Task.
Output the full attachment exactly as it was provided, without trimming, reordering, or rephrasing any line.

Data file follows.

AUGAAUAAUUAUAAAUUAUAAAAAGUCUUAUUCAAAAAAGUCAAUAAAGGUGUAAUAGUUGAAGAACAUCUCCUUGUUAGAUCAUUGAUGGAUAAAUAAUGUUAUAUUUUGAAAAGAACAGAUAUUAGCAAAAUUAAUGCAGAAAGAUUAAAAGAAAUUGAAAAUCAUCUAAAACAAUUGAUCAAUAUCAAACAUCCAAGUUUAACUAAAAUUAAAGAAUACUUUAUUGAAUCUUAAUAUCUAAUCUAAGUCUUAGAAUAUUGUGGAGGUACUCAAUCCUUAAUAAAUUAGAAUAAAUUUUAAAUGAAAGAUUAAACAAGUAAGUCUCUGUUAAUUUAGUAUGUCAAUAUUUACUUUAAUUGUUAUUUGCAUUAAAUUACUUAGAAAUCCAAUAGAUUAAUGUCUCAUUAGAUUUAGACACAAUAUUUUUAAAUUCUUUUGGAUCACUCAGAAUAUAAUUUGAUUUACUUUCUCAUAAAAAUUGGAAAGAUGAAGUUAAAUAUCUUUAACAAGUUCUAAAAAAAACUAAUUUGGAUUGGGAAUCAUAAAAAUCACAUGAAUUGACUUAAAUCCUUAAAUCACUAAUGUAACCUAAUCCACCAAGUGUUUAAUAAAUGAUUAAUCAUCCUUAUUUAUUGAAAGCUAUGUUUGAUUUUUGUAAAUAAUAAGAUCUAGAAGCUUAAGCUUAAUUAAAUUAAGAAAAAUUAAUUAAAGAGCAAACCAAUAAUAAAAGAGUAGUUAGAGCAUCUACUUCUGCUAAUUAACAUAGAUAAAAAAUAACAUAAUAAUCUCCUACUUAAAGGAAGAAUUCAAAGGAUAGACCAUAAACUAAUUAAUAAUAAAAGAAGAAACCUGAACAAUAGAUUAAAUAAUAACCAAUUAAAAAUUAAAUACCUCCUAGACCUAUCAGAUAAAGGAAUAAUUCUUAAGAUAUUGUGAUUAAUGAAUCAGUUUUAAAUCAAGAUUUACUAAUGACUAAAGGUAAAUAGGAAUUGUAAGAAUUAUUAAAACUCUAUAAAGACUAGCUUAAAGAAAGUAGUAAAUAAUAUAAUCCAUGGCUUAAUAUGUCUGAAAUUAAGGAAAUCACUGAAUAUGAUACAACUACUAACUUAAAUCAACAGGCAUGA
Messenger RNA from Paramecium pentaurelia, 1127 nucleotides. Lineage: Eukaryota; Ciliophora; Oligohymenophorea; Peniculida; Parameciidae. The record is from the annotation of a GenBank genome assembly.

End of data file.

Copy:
AUGAAUAAUUAUAAAUUAUAAAAAGUCUUAUUCAAAAAAGUCAAUAAAGGUGUAAUAGUUGAAGAACAUCUCCUUGUUAGAUCAUUGAUGGAUAAAUAAUGUUAUAUUUUGAAAAGAACAGAUAUUAGCAAAAUUAAUGCAGAAAGAUUAAAAGAAAUUGAAAAUCAUCUAAAACAAUUGAUCAAUAUCAAACAUCCAAGUUUAACUAAAAUUAAAGAAUACUUUAUUGAAUCUUAAUAUCUAAUCUAAGUCUUAGAAUAUUGUGGAGGUACUCAAUCCUUAAUAAAUUAGAAUAAAUUUUAAAUGAAAGAUUAAACAAGUAAGUCUCUGUUAAUUUAGUAUGUCAAUAUUUACUUUAAUUGUUAUUUGCAUUAAAUUACUUAGAAAUCCAAUAGAUUAAUGUCUCAUUAGAUUUAGACACAAUAUUUUUAAAUUCUUUUGGAUCACUCAGAAUAUAAUUUGAUUUACUUUCUCAUAAAAAUUGGAAAGAUGAAGUUAAAUAUCUUUAACAAGUUCUAAAAAAAACUAAUUUGGAUUGGGAAUCAUAAAAAUCACAUGAAUUGACUUAAAUCCUUAAAUCACUAAUGUAACCUAAUCCACCAAGUGUUUAAUAAAUGAUUAAUCAUCCUUAUUUAUUGAAAGCUAUGUUUGAUUUUUGUAAAUAAUAAGAUCUAGAAGCUUAAGCUUAAUUAAAUUAAGAAAAAUUAAUUAAAGAGCAAACCAAUAAUAAAAGAGUAGUUAGAGCAUCUACUUCUGCUAAUUAACAUAGAUAAAAAAUAACAUAAUAAUCUCCUACUUAAAGGAAGAAUUCAAAGGAUAGACCAUAAACUAAUUAAUAAUAAAAGAAGAAACCUGAACAAUAGAUUAAAUAAUAACCAAUUAAAAAUUAAAUACCUCCUAGACCUAUCAGAUAAAGGAAUAAUUCUUAAGAUAUUGUGAUUAAUGAAUCAGUUUUAAAUCAAGAUUUACUAAUGACUAAAGGUAAAUAGGAAUUGUAAGAAUUAUUAAAACUCUAUAAAGACUAGCUUAAAGAAAGUAGUAAAUAAUAUAAUCCAUGGCUUAAUAUGUCUGAAAUUAAGGAAAUCACUGAAUAUGAUACAACUACUAACUUAAAUCAACAGGCAUGA
Messenger RNA from Paramecium pentaurelia, 1127 nucleotides. Lineage: Eukaryota; Ciliophora; Oligohymenophorea; Peniculida; Parameciidae. The record is from the annotation of a GenBank genome assembly.